Muriel couldn’t stop thinking about George Martin; was he the man who Ellen Forrester slept with before he went off to war and was Abigail the love child; was this a strange coincidence or was Ellen her real mother. She would have to make some discrete enquires.
The following week Muriel concentrated on her typing she was now up to sixty words a minute with no mistakes. All she had to do now was learn shorthand and how to dictate a message and she could work in any office. She wished that Mr Higginbottom was here so that she could start to learn. On the Thursday of that week she received two letters one was from her father and the other from Edward.
She opened the letter from Edward first. He wrote to say how he had missed her at the station and that he was sending her a book that she should receive within a day or two.
He asked how her sick aunt was and Muriel hated lying to him but she thought that this was a necessary measure. It was more like a means to and end. That was the only way that she could justify telling Edward lies.’
“She did happen to mention in her last letter to Edward the day after speaking to Abigail about George Martin; his date of birth and where he was killed during the war.’
Edward went onto explain that George was killed at Artois during an offensive he was one of 300.000 men who lost their lives. His date of birth was 19th May 1889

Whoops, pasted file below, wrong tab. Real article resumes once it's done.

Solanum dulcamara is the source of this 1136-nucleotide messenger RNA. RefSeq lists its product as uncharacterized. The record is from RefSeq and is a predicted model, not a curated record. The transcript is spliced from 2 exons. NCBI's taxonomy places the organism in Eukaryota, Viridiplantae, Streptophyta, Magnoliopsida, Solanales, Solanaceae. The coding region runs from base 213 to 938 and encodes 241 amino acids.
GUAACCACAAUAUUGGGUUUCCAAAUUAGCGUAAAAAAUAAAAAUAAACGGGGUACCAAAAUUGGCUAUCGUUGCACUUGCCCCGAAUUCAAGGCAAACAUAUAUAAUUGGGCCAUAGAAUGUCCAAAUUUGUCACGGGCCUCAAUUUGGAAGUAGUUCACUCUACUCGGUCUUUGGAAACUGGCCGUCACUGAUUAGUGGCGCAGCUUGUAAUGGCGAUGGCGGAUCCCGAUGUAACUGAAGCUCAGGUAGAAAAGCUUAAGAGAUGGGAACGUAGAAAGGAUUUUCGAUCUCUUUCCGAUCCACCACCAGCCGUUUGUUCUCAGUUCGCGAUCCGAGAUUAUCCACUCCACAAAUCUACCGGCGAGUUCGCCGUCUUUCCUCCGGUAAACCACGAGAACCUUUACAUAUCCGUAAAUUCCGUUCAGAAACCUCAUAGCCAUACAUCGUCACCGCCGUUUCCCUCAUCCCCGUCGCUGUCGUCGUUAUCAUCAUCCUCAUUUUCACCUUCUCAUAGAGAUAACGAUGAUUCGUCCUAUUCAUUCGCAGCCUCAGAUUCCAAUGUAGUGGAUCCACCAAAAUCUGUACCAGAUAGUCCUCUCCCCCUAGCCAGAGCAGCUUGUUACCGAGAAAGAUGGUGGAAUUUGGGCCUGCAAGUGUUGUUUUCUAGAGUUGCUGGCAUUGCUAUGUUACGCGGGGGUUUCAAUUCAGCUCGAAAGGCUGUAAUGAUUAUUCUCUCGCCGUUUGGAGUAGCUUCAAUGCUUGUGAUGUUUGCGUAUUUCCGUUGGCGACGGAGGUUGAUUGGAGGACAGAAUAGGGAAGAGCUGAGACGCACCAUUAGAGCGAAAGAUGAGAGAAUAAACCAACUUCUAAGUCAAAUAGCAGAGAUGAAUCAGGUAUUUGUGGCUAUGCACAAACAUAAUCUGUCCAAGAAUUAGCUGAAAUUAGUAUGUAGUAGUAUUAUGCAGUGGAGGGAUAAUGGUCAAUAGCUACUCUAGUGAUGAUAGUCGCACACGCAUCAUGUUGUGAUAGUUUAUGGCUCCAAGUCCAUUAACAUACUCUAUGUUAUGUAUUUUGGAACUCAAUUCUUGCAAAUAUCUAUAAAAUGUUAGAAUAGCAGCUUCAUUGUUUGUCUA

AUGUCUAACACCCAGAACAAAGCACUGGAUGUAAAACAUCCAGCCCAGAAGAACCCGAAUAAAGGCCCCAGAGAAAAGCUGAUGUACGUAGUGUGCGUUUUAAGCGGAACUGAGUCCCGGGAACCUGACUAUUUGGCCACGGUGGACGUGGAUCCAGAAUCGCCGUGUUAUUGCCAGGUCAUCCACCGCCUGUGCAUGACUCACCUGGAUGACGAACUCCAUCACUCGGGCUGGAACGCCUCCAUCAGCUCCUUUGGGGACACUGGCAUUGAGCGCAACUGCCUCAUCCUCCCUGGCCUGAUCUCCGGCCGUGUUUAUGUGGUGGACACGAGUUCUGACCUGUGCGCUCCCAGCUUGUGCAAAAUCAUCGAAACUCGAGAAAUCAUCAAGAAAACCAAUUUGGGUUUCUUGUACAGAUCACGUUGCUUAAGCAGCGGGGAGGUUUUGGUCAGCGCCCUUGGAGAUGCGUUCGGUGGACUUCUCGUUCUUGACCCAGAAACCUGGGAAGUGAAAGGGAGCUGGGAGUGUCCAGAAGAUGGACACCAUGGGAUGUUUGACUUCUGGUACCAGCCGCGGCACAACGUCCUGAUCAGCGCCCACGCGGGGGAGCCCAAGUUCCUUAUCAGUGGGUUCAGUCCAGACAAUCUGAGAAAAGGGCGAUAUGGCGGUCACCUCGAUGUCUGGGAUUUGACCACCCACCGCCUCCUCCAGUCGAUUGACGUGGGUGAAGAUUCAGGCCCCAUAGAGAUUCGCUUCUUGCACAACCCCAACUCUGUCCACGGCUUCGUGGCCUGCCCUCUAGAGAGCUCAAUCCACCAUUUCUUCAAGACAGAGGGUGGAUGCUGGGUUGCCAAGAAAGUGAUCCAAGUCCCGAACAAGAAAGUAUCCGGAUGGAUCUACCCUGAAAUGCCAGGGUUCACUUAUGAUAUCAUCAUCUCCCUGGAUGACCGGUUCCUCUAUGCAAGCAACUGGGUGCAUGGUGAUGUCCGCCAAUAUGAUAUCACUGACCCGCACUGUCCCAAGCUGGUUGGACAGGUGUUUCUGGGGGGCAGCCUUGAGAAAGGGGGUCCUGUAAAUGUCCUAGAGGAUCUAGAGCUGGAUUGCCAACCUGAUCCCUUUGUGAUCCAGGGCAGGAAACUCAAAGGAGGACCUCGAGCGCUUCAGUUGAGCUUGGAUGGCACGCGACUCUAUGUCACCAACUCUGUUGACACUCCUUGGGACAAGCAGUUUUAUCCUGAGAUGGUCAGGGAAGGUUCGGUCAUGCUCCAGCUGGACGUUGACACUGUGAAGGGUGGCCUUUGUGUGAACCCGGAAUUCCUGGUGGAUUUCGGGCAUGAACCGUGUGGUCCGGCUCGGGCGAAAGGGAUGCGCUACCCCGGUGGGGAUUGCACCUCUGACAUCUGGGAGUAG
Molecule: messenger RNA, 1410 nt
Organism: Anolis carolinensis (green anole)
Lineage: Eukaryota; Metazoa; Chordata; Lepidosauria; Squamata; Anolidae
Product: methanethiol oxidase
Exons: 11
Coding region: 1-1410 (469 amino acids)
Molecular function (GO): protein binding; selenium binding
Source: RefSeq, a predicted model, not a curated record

Edward asked why she wanted to know about George Martin.
Then he reverted back to say that he was counting the days when she would return to him. Muriel then read the letter from her father and mother who went on to tell her about Helen McDonald and her children. Muriel spotted many spelling and grammatical errors in the letter but was pleased to be hearing from them both.
Muriel set about writing back again to her father asking how Jimmy and Craig were getting on. She told her father that she could now type over sixty words a minute and now only needed to learn shorthand. She told him how her Aunt had spent a lot of money on new clothes for her and that the food was nice but not as good as her mothers cooking.’
She wished them all well then closed the letter telling them that she loved and missed them all.
That Saturday evening Muriel wore a backless white dress with silver tassels’ that came just above her knees. She wore a straw hat turned up at the front with a silver ribbon tied around it. Ester had loaned her a string of pearls for her neck and a pearl bracelet as well
Muriel wore the silver open toed shoes and white silk stocking.
“Ester too wore a white and sequined long dress with a white turban and a silver bow. She had a string of black pearls around her neck and a gold watch on her wrist. She wore a large diamond ring on the finger of her right hand.’
Everyone’s attention was on the young girl who was with her.’
Mrs Evelyn Joyce who was holding the ball went about introducing Esters niece to everyone.
One man in particular made his presence felt when he introduced himself as Gerald Sedgemore.
Gerald is an eminent barrister who deals with all the murder trials at the Old bailey.
“Really said Muriel the law is something that interest me said Muriel.
“Would you like a drink Miss Marshbanks.